MS. SHELLY: Not specifically that I'm aware of, but I'll be happy to check. Why didn't you tell me in advance you were going to ask that question? It's a great question. I'd like to know the answer, too. You caught me, Sid. What can I say.

Q Back in October there was a rumor in Geneva that the DPRK would refuse the South Korean type already. Then, at that time, there was also a rumor that possibly one of the two reactors might not be a South Korean type. This Administration's commitment to stick to the South Korean type, does it cover both of the reactors, or can there be a possibility of compromise?

MS. SHELLY: First of all, as I thought I had signaled, the issue is not a new one regarding the origin and the opposition of the North Koreans to the South Korean reactor. It's not a new issue. It simply has resurfaced again in the context in the aftermath of the Berlin meetings.

I'm not aware that there is any serious thought or consideration being given to try to make a distinction between either of the two reactors.

Q Winston Lord this morning was at a breakfast speaking about China and other related issues, and he had to leave earlier than expected because he said he had to go to a meeting that the Secretary was holding at 9:00 o'clock on China and that he was making a major presentation. I was wondering if there was anything you can say about the Secretary's deliberations today on China and why this was a subject --

MS. SHELLY: Did Winston say that at this breakfast?

Q He did.

MS. SHELLY: Did he say that? Get Winston on the phone for me, please, right after the briefing. (Laughter)

Okay, I'm about to reveal a major State Department secret. You're all listening. This is not that exciting.

On Wednesday morning, at 9:00 o'clock, we have a senior staff meeting which has a rather expanded participation; and it's an opportunity where many of the senior people in this building are able to not only hear from the Secretary as he meets with the senior staff, but it also provides an opportunity for us often to have either specific discussions or presentations on issues which are clearly topical. It also provides an opportunity for speakers from other parts of the U.S. Government -- senior-level speakers, I might add -- to also come over and address the senior levels of the State Department.

Mickey Kantor, for example, was here at the State Department last Wednesday and talked about some of the trade policy issues which obviously are of great concern to us. This morning we did have a meeting where the focus of the discussion was on China. I wouldn't characterize this as anything out of the ordinary except that China, particularly because of the IPR dispute right now, is certainly very much in the press, and certainly we are having a lot of Congressional consultations on the China relationship.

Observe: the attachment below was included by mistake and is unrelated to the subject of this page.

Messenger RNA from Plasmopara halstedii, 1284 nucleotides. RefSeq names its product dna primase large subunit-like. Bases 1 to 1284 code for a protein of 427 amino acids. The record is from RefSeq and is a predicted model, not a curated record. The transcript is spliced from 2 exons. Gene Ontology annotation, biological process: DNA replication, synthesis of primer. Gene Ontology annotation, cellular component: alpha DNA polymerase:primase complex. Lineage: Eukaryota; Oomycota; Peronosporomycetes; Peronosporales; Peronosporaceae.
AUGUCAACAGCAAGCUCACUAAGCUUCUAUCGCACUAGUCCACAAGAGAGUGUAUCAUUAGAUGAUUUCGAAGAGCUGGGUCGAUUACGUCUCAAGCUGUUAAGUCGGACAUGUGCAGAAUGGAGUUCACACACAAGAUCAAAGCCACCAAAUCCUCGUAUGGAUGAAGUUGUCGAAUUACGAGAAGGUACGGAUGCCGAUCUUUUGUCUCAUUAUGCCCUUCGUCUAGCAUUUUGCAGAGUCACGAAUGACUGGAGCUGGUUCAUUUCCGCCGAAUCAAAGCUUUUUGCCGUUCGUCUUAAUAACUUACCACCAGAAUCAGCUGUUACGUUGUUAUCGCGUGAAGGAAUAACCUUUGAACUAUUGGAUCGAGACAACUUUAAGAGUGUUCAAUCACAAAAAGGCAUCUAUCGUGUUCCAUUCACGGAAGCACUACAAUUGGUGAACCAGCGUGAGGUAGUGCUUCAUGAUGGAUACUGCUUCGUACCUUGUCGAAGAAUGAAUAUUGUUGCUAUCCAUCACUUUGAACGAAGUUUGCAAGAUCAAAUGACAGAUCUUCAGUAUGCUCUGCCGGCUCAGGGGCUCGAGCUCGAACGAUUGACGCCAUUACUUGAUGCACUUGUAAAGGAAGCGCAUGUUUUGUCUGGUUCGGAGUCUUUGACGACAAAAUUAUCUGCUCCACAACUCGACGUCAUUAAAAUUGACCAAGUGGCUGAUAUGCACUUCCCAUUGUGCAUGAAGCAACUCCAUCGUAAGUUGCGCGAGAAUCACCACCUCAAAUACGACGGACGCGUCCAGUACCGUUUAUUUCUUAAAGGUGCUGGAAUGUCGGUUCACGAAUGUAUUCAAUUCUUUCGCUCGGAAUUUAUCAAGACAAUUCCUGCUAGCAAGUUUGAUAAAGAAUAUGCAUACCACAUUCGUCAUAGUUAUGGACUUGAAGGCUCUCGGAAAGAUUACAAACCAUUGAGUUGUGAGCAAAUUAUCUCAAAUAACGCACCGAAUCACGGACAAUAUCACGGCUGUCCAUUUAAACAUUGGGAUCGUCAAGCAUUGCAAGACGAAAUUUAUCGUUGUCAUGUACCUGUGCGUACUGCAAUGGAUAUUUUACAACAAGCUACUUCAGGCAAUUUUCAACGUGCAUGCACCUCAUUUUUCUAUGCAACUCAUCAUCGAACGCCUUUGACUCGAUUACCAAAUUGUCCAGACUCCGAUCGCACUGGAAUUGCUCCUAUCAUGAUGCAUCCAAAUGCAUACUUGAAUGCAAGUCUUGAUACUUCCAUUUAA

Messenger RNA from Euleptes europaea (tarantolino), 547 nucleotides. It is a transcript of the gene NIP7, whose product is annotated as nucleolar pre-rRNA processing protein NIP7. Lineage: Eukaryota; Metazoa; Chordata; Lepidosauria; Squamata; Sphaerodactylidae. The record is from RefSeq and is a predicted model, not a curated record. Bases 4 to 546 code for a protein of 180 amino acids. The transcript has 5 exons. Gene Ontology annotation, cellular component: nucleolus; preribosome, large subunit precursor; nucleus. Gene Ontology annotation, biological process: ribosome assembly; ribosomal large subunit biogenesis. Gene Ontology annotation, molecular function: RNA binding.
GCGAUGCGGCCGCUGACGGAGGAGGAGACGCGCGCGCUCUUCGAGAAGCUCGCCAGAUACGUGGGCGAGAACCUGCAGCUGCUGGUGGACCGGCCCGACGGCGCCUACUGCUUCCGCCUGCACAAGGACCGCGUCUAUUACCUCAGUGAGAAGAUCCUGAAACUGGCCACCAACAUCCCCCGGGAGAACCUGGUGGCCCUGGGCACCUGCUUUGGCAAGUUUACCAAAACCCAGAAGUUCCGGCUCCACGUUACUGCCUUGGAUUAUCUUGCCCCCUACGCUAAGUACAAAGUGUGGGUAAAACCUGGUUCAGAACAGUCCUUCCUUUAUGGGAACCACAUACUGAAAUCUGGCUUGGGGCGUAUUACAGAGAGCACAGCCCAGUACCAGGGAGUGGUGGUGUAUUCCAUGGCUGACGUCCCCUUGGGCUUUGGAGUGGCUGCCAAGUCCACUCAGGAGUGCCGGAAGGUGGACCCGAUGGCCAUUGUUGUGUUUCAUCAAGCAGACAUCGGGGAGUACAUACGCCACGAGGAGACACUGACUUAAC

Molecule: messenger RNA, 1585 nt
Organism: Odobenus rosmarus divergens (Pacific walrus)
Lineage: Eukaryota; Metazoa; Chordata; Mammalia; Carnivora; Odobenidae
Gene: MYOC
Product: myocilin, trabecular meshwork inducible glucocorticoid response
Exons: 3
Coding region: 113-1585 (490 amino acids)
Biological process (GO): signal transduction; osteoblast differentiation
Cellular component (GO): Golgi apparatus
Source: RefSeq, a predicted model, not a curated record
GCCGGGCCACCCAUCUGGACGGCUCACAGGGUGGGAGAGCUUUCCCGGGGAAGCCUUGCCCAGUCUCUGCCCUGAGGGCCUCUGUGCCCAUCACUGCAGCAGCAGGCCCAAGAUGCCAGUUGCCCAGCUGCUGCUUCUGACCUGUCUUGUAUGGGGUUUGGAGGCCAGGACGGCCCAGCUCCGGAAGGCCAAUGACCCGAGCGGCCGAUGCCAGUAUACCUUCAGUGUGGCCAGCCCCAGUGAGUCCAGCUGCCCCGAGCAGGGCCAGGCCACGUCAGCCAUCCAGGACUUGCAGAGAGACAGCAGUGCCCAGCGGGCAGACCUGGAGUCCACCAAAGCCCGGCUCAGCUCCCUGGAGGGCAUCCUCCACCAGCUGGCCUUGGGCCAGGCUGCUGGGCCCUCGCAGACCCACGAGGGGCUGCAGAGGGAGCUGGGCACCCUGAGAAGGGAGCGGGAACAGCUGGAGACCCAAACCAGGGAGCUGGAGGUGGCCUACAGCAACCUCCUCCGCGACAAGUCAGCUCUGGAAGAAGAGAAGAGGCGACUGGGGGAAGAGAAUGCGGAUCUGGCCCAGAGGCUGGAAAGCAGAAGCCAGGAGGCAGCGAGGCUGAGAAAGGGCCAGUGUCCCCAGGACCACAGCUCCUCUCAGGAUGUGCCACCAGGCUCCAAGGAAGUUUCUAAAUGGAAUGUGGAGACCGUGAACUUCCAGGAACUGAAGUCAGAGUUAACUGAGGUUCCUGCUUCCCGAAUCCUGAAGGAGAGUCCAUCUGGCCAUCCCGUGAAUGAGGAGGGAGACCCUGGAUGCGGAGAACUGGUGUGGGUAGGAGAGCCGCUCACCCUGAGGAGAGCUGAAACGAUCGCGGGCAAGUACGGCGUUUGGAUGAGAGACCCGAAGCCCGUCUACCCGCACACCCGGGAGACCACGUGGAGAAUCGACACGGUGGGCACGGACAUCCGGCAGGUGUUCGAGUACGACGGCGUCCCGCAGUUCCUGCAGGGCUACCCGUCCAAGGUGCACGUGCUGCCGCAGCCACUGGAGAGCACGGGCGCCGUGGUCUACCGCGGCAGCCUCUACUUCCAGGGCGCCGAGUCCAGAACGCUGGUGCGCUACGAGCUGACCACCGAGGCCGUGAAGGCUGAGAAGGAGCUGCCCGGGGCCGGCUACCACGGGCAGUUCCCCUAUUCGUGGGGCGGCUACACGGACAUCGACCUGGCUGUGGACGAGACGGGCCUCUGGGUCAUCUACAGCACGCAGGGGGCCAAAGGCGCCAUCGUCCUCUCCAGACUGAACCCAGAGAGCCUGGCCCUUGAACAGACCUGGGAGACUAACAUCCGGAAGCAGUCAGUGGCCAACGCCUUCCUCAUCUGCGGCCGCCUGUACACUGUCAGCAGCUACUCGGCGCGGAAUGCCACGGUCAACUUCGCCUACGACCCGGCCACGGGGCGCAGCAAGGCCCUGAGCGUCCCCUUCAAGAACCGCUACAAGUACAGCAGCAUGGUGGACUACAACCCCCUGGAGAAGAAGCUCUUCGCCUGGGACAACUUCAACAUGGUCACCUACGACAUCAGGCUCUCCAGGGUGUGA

Winston Lord, of course, is a major player in all aspects of the China discussion; and so he was a participant along with other senior State Department officials in a discussion of the China relationship more broadly.

But I think I really need to leave it there because there are internal meetings, and so in a way I'm sort of surprised, but on the other hand I don't think there's any reason not to state the context in which the discussion took place.

Q Did this meeting, though, take place in the context of any expected near-term decision-making on China?

MS. SHELLY: Not specifically that I'm aware of. There are issues on China which are very active right now. Certainly the human rights issue in the aftermath of the release of the State Department's Annual Human Rights Report. There is certainly much more press and public focus right now on that issue. The trade issues are obviously very prominent. There are other trade issues and aspects which are out there as well, and they of course touch upon the overall relationship with China.

As you know, it's a broad relationship. It's one in which we have opted for engagement across a wide range of issues and activities. So I'm not of the impression that there's any change expected in that regard.